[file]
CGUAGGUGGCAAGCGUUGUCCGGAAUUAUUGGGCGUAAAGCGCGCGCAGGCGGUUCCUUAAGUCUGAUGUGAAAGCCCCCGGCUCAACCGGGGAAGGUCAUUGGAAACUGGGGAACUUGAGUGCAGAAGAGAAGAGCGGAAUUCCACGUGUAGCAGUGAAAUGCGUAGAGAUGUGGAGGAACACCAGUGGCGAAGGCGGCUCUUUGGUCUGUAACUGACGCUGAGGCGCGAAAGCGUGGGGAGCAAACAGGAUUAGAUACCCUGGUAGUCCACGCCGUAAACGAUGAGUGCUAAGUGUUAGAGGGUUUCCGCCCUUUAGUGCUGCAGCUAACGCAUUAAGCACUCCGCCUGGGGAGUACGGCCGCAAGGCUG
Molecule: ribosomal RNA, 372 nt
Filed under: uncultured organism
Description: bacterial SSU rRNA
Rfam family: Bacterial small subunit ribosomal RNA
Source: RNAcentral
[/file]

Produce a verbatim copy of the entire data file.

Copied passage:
CGUAGGUGGCAAGCGUUGUCCGGAAUUAUUGGGCGUAAAGCGCGCGCAGGCGGUUCCUUAAGUCUGAUGUGAAAGCCCCCGGCUCAACCGGGGAAGGUCAUUGGAAACUGGGGAACUUGAGUGCAGAAGAGAAGAGCGGAAUUCCACGUGUAGCAGUGAAAUGCGUAGAGAUGUGGAGGAACACCAGUGGCGAAGGCGGCUCUUUGGUCUGUAACUGACGCUGAGGCGCGAAAGCGUGGGGAGCAAACAGGAUUAGAUACCCUGGUAGUCCACGCCGUAAACGAUGAGUGCUAAGUGUUAGAGGGUUUCCGCCCUUUAGUGCUGCAGCUAACGCAUUAAGCACUCCGCCUGGGGAGUACGGCCGCAAGGCUG
Molecule: ribosomal RNA, 372 nt
Filed under: uncultured organism
Description: bacterial SSU rRNA
Rfam family: Bacterial small subunit ribosomal RNA
Source: RNAcentral